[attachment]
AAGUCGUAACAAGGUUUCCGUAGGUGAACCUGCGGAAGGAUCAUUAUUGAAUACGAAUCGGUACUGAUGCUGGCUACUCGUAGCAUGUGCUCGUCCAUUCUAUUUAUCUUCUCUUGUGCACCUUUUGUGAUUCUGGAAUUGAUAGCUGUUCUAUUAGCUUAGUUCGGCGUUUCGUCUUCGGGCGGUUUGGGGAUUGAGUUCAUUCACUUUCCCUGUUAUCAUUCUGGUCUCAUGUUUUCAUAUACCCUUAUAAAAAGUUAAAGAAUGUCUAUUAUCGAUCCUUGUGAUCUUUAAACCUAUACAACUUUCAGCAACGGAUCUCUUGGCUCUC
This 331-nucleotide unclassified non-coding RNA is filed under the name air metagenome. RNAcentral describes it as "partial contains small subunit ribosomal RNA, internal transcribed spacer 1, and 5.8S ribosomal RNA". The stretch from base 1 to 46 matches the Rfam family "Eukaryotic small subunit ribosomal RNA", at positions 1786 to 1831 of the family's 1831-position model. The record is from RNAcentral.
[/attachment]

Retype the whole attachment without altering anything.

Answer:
AAGUCGUAACAAGGUUUCCGUAGGUGAACCUGCGGAAGGAUCAUUAUUGAAUACGAAUCGGUACUGAUGCUGGCUACUCGUAGCAUGUGCUCGUCCAUUCUAUUUAUCUUCUCUUGUGCACCUUUUGUGAUUCUGGAAUUGAUAGCUGUUCUAUUAGCUUAGUUCGGCGUUUCGUCUUCGGGCGGUUUGGGGAUUGAGUUCAUUCACUUUCCCUGUUAUCAUUCUGGUCUCAUGUUUUCAUAUACCCUUAUAAAAAGUUAAAGAAUGUCUAUUAUCGAUCCUUGUGAUCUUUAAACCUAUACAACUUUCAGCAACGGAUCUCUUGGCUCUC
This 331-nucleotide unclassified non-coding RNA is filed under the name air metagenome. RNAcentral describes it as "partial contains small subunit ribosomal RNA, internal transcribed spacer 1, and 5.8S ribosomal RNA". The stretch from base 1 to 46 matches the Rfam family "Eukaryotic small subunit ribosomal RNA", at positions 1786 to 1831 of the family's 1831-position model. The record is from RNAcentral.